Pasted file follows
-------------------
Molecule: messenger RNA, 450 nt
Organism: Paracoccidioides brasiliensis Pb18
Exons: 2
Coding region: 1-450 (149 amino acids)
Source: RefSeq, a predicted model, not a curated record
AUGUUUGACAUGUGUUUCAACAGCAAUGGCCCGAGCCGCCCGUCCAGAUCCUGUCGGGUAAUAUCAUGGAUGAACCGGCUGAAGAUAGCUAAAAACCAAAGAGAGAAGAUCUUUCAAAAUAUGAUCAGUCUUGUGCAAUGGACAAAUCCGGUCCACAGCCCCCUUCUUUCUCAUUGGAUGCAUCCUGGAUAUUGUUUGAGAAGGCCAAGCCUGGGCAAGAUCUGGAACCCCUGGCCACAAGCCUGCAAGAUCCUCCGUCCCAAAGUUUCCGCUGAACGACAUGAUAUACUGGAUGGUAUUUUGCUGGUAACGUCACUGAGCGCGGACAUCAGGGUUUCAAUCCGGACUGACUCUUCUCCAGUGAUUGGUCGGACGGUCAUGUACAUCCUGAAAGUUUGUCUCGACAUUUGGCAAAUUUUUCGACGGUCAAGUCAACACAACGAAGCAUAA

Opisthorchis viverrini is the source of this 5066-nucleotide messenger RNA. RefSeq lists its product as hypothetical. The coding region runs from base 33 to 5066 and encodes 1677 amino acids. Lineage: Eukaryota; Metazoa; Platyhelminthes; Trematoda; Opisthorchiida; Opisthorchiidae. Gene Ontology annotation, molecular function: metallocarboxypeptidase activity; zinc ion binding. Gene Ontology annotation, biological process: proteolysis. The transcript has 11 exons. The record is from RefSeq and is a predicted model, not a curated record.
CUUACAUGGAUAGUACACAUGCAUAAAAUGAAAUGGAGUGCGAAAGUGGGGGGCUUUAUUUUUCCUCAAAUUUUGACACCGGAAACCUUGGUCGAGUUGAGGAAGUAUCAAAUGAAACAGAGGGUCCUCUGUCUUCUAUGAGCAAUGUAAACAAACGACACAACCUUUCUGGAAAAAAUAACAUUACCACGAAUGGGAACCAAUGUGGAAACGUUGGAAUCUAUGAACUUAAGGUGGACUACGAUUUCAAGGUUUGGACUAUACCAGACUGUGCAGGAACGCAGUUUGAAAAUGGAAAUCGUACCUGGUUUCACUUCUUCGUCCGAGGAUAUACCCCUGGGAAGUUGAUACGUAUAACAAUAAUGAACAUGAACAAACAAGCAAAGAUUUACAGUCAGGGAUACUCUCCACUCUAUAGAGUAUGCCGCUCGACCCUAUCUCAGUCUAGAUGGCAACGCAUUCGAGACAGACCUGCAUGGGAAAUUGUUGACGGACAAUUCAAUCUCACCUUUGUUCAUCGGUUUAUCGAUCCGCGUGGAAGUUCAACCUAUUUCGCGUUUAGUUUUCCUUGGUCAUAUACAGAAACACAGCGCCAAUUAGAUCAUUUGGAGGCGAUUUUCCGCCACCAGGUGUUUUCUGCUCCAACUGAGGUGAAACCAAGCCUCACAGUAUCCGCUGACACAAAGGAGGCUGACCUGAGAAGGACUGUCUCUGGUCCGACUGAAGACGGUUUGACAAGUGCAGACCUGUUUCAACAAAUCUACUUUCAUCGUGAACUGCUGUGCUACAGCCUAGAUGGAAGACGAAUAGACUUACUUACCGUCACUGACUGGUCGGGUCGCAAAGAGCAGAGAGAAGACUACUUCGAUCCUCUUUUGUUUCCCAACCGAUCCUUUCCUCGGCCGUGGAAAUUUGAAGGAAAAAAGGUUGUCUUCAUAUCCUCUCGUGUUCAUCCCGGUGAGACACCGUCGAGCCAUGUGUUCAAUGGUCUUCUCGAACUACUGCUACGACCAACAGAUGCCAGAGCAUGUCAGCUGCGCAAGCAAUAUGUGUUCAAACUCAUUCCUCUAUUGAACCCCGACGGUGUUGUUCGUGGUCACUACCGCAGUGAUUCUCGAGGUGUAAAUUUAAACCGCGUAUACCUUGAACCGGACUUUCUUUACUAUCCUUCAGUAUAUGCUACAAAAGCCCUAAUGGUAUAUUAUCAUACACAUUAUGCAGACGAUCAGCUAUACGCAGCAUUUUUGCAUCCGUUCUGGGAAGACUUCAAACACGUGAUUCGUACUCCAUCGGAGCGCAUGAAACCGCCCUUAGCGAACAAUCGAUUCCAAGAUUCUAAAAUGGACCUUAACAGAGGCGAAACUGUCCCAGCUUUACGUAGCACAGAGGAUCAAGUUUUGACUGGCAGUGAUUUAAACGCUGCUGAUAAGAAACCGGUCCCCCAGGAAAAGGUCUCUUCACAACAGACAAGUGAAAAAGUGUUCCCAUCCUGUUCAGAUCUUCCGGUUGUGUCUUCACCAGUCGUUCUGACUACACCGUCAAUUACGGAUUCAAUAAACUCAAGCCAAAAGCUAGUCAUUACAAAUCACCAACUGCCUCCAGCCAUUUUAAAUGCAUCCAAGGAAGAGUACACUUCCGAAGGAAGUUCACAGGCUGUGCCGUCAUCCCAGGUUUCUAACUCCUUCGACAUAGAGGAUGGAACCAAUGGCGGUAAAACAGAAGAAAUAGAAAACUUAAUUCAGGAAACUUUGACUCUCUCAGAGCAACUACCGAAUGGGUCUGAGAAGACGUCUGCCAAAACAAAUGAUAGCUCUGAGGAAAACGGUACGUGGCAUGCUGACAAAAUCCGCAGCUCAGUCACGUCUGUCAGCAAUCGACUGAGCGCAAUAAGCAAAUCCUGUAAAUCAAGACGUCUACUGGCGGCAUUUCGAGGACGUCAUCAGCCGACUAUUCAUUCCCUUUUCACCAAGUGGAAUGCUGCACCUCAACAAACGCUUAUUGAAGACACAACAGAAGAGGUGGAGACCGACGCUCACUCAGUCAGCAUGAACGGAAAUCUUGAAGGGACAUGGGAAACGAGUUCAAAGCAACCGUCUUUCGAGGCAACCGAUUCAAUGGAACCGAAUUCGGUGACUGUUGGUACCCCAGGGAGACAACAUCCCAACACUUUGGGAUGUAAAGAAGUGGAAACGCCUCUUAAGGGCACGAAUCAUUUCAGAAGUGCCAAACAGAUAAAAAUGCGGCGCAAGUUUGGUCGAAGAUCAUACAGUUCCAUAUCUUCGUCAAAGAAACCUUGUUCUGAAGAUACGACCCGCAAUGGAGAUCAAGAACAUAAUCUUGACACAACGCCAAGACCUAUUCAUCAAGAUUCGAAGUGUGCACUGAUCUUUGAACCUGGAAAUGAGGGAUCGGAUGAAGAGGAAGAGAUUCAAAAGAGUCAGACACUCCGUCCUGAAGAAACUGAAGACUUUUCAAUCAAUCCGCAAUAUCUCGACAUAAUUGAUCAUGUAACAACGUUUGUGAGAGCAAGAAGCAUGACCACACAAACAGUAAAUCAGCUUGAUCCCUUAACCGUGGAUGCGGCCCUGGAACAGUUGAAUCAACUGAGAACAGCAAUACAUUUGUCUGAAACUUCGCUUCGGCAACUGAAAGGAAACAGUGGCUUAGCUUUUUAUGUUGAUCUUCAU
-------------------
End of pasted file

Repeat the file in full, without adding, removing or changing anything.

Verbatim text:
Molecule: messenger RNA, 450 nt
Organism: Paracoccidioides brasiliensis Pb18
Exons: 2
Coding region: 1-450 (149 amino acids)
Source: RefSeq, a predicted model, not a curated record
AUGUUUGACAUGUGUUUCAACAGCAAUGGCCCGAGCCGCCCGUCCAGAUCCUGUCGGGUAAUAUCAUGGAUGAACCGGCUGAAGAUAGCUAAAAACCAAAGAGAGAAGAUCUUUCAAAAUAUGAUCAGUCUUGUGCAAUGGACAAAUCCGGUCCACAGCCCCCUUCUUUCUCAUUGGAUGCAUCCUGGAUAUUGUUUGAGAAGGCCAAGCCUGGGCAAGAUCUGGAACCCCUGGCCACAAGCCUGCAAGAUCCUCCGUCCCAAAGUUUCCGCUGAACGACAUGAUAUACUGGAUGGUAUUUUGCUGGUAACGUCACUGAGCGCGGACAUCAGGGUUUCAAUCCGGACUGACUCUUCUCCAGUGAUUGGUCGGACGGUCAUGUACAUCCUGAAAGUUUGUCUCGACAUUUGGCAAAUUUUUCGACGGUCAAGUCAACACAACGAAGCAUAA

Opisthorchis viverrini is the source of this 5066-nucleotide messenger RNA. RefSeq lists its product as hypothetical. The coding region runs from base 33 to 5066 and encodes 1677 amino acids. Lineage: Eukaryota; Metazoa; Platyhelminthes; Trematoda; Opisthorchiida; Opisthorchiidae. Gene Ontology annotation, molecular function: metallocarboxypeptidase activity; zinc ion binding. Gene Ontology annotation, biological process: proteolysis. The transcript has 11 exons. The record is from RefSeq and is a predicted model, not a curated record.
CUUACAUGGAUAGUACACAUGCAUAAAAUGAAAUGGAGUGCGAAAGUGGGGGGCUUUAUUUUUCCUCAAAUUUUGACACCGGAAACCUUGGUCGAGUUGAGGAAGUAUCAAAUGAAACAGAGGGUCCUCUGUCUUCUAUGAGCAAUGUAAACAAACGACACAACCUUUCUGGAAAAAAUAACAUUACCACGAAUGGGAACCAAUGUGGAAACGUUGGAAUCUAUGAACUUAAGGUGGACUACGAUUUCAAGGUUUGGACUAUACCAGACUGUGCAGGAACGCAGUUUGAAAAUGGAAAUCGUACCUGGUUUCACUUCUUCGUCCGAGGAUAUACCCCUGGGAAGUUGAUACGUAUAACAAUAAUGAACAUGAACAAACAAGCAAAGAUUUACAGUCAGGGAUACUCUCCACUCUAUAGAGUAUGCCGCUCGACCCUAUCUCAGUCUAGAUGGCAACGCAUUCGAGACAGACCUGCAUGGGAAAUUGUUGACGGACAAUUCAAUCUCACCUUUGUUCAUCGGUUUAUCGAUCCGCGUGGAAGUUCAACCUAUUUCGCGUUUAGUUUUCCUUGGUCAUAUACAGAAACACAGCGCCAAUUAGAUCAUUUGGAGGCGAUUUUCCGCCACCAGGUGUUUUCUGCUCCAACUGAGGUGAAACCAAGCCUCACAGUAUCCGCUGACACAAAGGAGGCUGACCUGAGAAGGACUGUCUCUGGUCCGACUGAAGACGGUUUGACAAGUGCAGACCUGUUUCAACAAAUCUACUUUCAUCGUGAACUGCUGUGCUACAGCCUAGAUGGAAGACGAAUAGACUUACUUACCGUCACUGACUGGUCGGGUCGCAAAGAGCAGAGAGAAGACUACUUCGAUCCUCUUUUGUUUCCCAACCGAUCCUUUCCUCGGCCGUGGAAAUUUGAAGGAAAAAAGGUUGUCUUCAUAUCCUCUCGUGUUCAUCCCGGUGAGACACCGUCGAGCCAUGUGUUCAAUGGUCUUCUCGAACUACUGCUACGACCAACAGAUGCCAGAGCAUGUCAGCUGCGCAAGCAAUAUGUGUUCAAACUCAUUCCUCUAUUGAACCCCGACGGUGUUGUUCGUGGUCACUACCGCAGUGAUUCUCGAGGUGUAAAUUUAAACCGCGUAUACCUUGAACCGGACUUUCUUUACUAUCCUUCAGUAUAUGCUACAAAAGCCCUAAUGGUAUAUUAUCAUACACAUUAUGCAGACGAUCAGCUAUACGCAGCAUUUUUGCAUCCGUUCUGGGAAGACUUCAAACACGUGAUUCGUACUCCAUCGGAGCGCAUGAAACCGCCCUUAGCGAACAAUCGAUUCCAAGAUUCUAAAAUGGACCUUAACAGAGGCGAAACUGUCCCAGCUUUACGUAGCACAGAGGAUCAAGUUUUGACUGGCAGUGAUUUAAACGCUGCUGAUAAGAAACCGGUCCCCCAGGAAAAGGUCUCUUCACAACAGACAAGUGAAAAAGUGUUCCCAUCCUGUUCAGAUCUUCCGGUUGUGUCUUCACCAGUCGUUCUGACUACACCGUCAAUUACGGAUUCAAUAAACUCAAGCCAAAAGCUAGUCAUUACAAAUCACCAACUGCCUCCAGCCAUUUUAAAUGCAUCCAAGGAAGAGUACACUUCCGAAGGAAGUUCACAGGCUGUGCCGUCAUCCCAGGUUUCUAACUCCUUCGACAUAGAGGAUGGAACCAAUGGCGGUAAAACAGAAGAAAUAGAAAACUUAAUUCAGGAAACUUUGACUCUCUCAGAGCAACUACCGAAUGGGUCUGAGAAGACGUCUGCCAAAACAAAUGAUAGCUCUGAGGAAAACGGUACGUGGCAUGCUGACAAAAUCCGCAGCUCAGUCACGUCUGUCAGCAAUCGACUGAGCGCAAUAAGCAAAUCCUGUAAAUCAAGACGUCUACUGGCGGCAUUUCGAGGACGUCAUCAGCCGACUAUUCAUUCCCUUUUCACCAAGUGGAAUGCUGCACCUCAACAAACGCUUAUUGAAGACACAACAGAAGAGGUGGAGACCGACGCUCACUCAGUCAGCAUGAACGGAAAUCUUGAAGGGACAUGGGAAACGAGUUCAAAGCAACCGUCUUUCGAGGCAACCGAUUCAAUGGAACCGAAUUCGGUGACUGUUGGUACCCCAGGGAGACAACAUCCCAACACUUUGGGAUGUAAAGAAGUGGAAACGCCUCUUAAGGGCACGAAUCAUUUCAGAAGUGCCAAACAGAUAAAAAUGCGGCGCAAGUUUGGUCGAAGAUCAUACAGUUCCAUAUCUUCGUCAAAGAAACCUUGUUCUGAAGAUACGACCCGCAAUGGAGAUCAAGAACAUAAUCUUGACACAACGCCAAGACCUAUUCAUCAAGAUUCGAAGUGUGCACUGAUCUUUGAACCUGGAAAUGAGGGAUCGGAUGAAGAGGAAGAGAUUCAAAAGAGUCAGACACUCCGUCCUGAAGAAACUGAAGACUUUUCAAUCAAUCCGCAAUAUCUCGACAUAAUUGAUCAUGUAACAACGUUUGUGAGAGCAAGAAGCAUGACCACACAAACAGUAAAUCAGCUUGAUCCCUUAACCGUGGAUGCGGCCCUGGAACAGUUGAAUCAACUGAGAACAGCAAUACAUUUGUCUGAAACUUCGCUUCGGCAACUGAAAGGAAACAGUGGCUUAGCUUUUUAUGUUGAUCUUCAU